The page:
Nobody likes inter-office conflict—whether it’s disagreement between two employees or disagreement with a manager. Without resolving conflicts quickly, however, they can fester. Before you know it, the office feels like a war-zone and you’re looking for a cease-fire.
There are three major types of inter-office conflict, according to Ben Rabon in an article for weLEAD online magazine: (1) disputes over task responsibility; (2) disputes over how something should be done; and (3) disputes related to personality and work styles.
Because conflicts can lead to lower productivity, firms should work quickly to resolve disputes.
Your firm should have informal preferences and formal policies regarding employee reporting of workplace disputes.
First, it may sound counter-intuitive, but communicate your preferences, as a manager, for internal conflict management. For example, if two of your employees are in disagreement over task responsibility or how a task should be done, tell all of your employees that you prefer they work it out amongst themselves first.
In the event these two employees cannot reach an agreement, invite them to send you a joint e-mail, for example, explaining the situation. By expressing your preference for a joint e-mail, you are tacitly discouraging your employees from writing you numerous e-mails regarding the same topic or complaining about their peer.
In addition, by writing a joint e-mail, you are also encouraging these two employees to collaborate and cooperate—if only on a two-line memo—which is, after all, the root of their initial problem.
If this process breaks down, and these two employees are at such odds in terms of personality or working style that they cannot craft a simple e-mail, then it may be time for formal intervention. This is where formal policies regarding employee disagreement should be circulated.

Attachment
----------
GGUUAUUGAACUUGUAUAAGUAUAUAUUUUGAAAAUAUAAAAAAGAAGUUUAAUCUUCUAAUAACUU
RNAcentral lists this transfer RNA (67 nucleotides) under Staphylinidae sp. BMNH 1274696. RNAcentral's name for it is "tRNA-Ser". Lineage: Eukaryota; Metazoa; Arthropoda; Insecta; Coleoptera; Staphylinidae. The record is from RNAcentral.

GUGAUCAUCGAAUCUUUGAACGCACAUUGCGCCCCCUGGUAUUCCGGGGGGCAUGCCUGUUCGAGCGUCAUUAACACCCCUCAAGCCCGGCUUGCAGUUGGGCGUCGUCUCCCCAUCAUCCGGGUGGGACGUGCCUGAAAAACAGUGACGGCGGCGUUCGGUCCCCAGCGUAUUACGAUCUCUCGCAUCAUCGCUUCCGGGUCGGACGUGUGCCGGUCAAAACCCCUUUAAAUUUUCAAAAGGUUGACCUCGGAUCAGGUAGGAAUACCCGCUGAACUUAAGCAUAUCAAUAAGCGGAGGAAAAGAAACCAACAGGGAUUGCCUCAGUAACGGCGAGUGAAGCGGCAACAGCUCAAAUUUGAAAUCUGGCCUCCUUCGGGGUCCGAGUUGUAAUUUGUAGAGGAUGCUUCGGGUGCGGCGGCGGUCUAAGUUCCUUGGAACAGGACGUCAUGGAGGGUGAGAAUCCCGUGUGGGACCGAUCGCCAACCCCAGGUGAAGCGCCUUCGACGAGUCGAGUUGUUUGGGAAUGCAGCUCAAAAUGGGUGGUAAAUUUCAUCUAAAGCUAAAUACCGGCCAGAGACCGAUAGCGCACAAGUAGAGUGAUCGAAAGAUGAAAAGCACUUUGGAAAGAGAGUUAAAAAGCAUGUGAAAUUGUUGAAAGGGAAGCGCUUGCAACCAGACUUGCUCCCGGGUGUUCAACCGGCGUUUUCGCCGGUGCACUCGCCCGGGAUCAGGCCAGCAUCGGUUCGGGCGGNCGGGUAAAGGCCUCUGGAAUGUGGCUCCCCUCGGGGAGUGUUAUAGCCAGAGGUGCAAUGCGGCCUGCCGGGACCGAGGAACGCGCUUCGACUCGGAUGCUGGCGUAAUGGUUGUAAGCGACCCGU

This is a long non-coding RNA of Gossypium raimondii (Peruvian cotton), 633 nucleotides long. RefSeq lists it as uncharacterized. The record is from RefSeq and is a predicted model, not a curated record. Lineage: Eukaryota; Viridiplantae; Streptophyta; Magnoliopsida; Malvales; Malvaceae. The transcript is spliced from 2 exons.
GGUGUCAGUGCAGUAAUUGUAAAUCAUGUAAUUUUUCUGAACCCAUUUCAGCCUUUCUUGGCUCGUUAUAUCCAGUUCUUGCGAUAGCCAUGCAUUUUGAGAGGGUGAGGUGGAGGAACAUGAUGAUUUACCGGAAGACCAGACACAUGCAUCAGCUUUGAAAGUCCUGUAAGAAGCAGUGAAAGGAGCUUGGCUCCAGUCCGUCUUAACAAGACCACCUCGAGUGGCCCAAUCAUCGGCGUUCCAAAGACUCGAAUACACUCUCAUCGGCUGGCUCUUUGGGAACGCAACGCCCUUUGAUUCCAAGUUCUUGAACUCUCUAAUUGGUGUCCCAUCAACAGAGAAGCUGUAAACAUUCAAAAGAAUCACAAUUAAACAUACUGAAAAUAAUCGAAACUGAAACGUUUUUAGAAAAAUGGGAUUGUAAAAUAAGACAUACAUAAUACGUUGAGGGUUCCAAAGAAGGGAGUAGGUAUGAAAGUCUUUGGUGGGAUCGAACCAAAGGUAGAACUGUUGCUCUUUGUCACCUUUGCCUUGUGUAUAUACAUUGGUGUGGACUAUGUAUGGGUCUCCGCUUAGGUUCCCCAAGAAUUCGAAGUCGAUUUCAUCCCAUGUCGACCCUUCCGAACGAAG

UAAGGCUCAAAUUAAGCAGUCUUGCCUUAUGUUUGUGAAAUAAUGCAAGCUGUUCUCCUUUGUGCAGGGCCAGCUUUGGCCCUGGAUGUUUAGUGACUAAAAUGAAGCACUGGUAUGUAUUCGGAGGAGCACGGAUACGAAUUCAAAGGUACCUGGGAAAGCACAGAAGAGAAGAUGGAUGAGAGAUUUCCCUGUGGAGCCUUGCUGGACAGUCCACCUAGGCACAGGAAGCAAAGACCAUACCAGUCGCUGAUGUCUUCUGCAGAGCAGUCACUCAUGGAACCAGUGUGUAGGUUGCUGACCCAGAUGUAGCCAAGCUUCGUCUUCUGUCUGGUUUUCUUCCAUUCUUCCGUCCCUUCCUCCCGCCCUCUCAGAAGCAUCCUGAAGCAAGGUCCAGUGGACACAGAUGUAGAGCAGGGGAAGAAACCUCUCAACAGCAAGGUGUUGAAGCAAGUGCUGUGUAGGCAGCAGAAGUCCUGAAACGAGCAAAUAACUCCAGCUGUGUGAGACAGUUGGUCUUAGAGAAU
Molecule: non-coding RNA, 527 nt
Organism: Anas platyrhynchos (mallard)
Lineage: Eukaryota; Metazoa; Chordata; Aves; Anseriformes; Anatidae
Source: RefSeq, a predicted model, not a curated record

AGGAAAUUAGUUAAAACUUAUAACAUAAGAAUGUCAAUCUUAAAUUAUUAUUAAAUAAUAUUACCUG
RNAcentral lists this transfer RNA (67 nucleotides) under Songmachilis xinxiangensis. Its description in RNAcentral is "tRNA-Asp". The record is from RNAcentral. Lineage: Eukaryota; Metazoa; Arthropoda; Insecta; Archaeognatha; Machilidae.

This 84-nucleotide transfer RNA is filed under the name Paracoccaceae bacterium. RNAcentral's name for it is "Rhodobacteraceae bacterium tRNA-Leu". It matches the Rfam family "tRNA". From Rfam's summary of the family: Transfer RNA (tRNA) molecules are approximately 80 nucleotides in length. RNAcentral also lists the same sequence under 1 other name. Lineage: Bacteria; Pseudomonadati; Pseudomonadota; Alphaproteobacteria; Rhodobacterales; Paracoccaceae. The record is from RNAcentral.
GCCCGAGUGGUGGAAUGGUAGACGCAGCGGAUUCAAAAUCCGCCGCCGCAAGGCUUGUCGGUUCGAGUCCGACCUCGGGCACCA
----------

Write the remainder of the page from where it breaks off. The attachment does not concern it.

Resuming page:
These policies are generally straightforward in terms of written notice, formal meeting with a manager, and a note placed in personnel files. At this point you may need to make use of some conflict resolution skills. Rabon suggests the following five mediation steps:
- Air all viewpoints from both sides
- Clarify the problem and the interests involved
- Brainstorm solutions with both parties
- Help both sides reach agreements
- Be aware of your own bias and do not let it affect your ability to remain impartial
In many conflict resolution situations, the parties simply want to be heard. So, it’s important to be a good listener. Once all opinions are voiced, you are able—as a manager—to implement a solution and assign tasks how you see fit.
Don’t forget to explain your logic behind the decisionmaking.
Paradoxically, a recent study published this week in the Proceedings of the National Academy of Sciences suggests that showing people extreme versions of their own ideas that confirmed (not contradicted) their opinions on a divisive subject actually led them to reconsider their stance. Simply put, by showing somebody that you agree with their opinion, it may actually make them more receptive of opposite points of view.